• Voice support of early education with peers, at public events, and through the media.
  • Invest at least 1 percent of corporate profits in public/private partnerships that support early childhood in your community or state.
  • Make their company policies more family-friendly and educate employees about the importance of early childhood.

“Early education is the first building block of a good education.  I believe that American companies and business leaders must step up and ensure that we continue to expand and improve early education programs.  The CED report is a call to action for business leaders and a research-based blueprint for getting our children off on the right foot in their education,” said CED President Charles Kolb.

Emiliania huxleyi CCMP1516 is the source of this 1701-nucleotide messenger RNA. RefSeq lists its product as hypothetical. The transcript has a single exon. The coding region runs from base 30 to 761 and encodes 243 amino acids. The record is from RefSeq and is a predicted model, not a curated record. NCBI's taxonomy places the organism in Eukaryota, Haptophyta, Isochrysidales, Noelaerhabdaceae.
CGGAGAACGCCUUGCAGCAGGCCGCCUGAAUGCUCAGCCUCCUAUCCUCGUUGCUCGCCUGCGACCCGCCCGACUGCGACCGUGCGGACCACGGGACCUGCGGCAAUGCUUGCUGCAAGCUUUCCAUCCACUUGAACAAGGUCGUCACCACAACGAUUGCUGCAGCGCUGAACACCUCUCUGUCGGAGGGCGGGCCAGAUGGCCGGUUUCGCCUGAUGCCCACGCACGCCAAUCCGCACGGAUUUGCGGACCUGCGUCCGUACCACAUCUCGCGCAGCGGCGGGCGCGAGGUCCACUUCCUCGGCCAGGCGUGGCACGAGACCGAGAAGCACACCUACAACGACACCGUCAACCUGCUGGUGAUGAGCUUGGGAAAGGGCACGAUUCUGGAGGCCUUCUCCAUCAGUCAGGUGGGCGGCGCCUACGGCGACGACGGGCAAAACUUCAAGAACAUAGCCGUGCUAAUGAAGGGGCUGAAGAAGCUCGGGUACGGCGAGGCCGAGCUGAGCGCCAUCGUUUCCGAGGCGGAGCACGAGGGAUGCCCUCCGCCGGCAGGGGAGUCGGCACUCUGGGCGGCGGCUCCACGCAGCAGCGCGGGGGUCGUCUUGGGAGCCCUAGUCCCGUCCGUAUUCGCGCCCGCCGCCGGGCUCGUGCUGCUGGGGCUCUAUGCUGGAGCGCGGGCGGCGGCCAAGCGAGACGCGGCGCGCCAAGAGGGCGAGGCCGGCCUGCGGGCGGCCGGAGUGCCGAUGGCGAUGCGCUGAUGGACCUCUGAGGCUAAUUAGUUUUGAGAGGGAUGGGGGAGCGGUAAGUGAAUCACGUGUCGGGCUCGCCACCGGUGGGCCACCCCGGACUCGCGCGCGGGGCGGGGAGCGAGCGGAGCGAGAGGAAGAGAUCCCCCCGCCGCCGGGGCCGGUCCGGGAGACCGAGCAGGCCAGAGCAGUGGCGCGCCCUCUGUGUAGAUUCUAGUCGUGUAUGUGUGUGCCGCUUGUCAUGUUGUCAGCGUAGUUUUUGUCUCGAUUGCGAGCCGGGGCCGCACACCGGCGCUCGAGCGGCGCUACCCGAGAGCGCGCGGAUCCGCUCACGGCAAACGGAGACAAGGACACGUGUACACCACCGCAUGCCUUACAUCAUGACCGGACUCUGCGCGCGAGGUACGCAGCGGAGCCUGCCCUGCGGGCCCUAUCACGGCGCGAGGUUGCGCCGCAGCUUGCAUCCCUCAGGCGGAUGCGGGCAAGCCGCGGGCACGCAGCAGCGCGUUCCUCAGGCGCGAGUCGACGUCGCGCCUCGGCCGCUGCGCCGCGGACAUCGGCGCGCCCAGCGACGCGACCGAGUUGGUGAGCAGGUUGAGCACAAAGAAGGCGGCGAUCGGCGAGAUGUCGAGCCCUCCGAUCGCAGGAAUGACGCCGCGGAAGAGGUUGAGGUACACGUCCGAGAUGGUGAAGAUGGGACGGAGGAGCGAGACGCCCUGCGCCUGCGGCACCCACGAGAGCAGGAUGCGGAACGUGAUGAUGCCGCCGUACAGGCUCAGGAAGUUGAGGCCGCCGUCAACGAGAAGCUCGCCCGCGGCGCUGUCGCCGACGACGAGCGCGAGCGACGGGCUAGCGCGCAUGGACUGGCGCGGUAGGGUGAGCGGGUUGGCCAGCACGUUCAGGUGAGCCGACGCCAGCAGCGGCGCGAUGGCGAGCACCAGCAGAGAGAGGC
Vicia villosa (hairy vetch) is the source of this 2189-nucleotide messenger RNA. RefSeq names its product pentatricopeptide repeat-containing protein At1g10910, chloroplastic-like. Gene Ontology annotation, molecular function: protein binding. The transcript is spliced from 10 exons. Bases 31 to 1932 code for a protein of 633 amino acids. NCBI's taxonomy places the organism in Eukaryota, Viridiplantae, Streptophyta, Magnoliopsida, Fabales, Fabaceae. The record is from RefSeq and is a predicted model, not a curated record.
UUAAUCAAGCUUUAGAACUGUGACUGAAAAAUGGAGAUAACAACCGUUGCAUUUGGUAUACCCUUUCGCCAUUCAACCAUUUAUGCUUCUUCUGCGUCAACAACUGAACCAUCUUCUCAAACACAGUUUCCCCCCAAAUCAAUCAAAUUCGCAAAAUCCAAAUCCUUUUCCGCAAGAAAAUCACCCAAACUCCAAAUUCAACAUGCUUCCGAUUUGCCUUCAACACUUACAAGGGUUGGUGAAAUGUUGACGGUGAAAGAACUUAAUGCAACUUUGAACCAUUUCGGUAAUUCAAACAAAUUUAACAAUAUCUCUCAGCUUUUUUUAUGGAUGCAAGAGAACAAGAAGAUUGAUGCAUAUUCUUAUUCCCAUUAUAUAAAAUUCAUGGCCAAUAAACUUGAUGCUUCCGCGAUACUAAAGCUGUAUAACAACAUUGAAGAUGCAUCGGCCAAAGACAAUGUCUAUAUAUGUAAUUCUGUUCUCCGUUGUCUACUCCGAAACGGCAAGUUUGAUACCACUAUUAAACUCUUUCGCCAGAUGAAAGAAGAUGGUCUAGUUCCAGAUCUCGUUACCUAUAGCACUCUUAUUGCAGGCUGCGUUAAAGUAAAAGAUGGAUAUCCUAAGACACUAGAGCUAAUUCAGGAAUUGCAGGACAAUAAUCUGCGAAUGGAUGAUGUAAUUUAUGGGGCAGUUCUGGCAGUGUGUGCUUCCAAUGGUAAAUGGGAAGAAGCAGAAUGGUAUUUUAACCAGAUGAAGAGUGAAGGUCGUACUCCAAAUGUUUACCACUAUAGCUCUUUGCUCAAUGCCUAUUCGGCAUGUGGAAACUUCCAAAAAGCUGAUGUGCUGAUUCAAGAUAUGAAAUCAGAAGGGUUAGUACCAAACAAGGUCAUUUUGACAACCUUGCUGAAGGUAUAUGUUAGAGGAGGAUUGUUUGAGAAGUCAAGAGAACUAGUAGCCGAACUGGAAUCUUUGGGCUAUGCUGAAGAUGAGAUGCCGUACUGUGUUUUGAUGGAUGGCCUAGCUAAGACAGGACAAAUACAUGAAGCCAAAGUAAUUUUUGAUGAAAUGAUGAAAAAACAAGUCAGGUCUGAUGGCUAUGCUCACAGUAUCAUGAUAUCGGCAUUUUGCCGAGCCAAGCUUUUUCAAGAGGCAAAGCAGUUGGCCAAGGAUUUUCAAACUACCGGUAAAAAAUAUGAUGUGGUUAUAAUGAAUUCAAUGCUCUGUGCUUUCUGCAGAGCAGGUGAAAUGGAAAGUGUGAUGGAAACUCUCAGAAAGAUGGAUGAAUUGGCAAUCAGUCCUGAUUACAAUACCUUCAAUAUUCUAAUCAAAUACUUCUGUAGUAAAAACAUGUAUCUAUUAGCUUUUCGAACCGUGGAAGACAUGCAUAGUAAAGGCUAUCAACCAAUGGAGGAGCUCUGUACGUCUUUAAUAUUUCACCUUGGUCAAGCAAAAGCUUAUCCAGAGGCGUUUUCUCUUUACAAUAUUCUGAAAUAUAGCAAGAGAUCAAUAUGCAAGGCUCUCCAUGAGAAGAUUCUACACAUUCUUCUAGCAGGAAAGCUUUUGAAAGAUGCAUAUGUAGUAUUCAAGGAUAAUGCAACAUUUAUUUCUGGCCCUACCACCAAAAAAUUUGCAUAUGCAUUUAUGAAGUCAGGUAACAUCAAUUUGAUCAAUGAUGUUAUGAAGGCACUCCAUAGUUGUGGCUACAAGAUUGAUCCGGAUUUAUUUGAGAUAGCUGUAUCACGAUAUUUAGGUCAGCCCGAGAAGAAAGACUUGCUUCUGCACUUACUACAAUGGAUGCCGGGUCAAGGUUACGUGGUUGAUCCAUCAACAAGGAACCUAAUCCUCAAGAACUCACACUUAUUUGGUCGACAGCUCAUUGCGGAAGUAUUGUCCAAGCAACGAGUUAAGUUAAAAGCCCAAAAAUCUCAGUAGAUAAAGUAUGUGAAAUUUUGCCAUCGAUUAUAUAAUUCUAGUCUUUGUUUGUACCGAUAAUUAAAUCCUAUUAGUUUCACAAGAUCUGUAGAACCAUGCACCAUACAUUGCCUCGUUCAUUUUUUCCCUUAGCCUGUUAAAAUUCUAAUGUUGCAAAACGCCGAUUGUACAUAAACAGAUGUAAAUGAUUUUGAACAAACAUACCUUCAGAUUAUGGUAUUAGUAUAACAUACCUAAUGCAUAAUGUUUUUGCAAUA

For a link to Unfinished Business: Continued Investment in Child Care and Early Education is Critical to Business and America’s Future, go to CED’s website at http://www.ced.org/programs/early-childhood-education.

For more on CED’s business-led effort to increase early education opportunities for all American children, visit CED online at www.ced.org

CED is a non-profit, non-partisan organization of more than 200 business leaders and university presidents. Since 1942, its research and policy programs have addressed many of the nation’s most pressing economic and social issues, including education reform, workforce competitiveness, campaign finance, health care, and global trade and finance. CED promotes policies to produce increased productivity and living standards, greater and more equal opportunity for every citizen, and an improved quality of life for all. www.ced.org.

Source: PR Newswire (http://s.tt/1g3sR)

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Check out what Hilary Clinton said about studying abroad.

Studying abroad not only expand your world view of colourful cultures but also allows ( force) you to grow in experince.

Grab any opportunity that you have and sign up for a Study Abroad Course!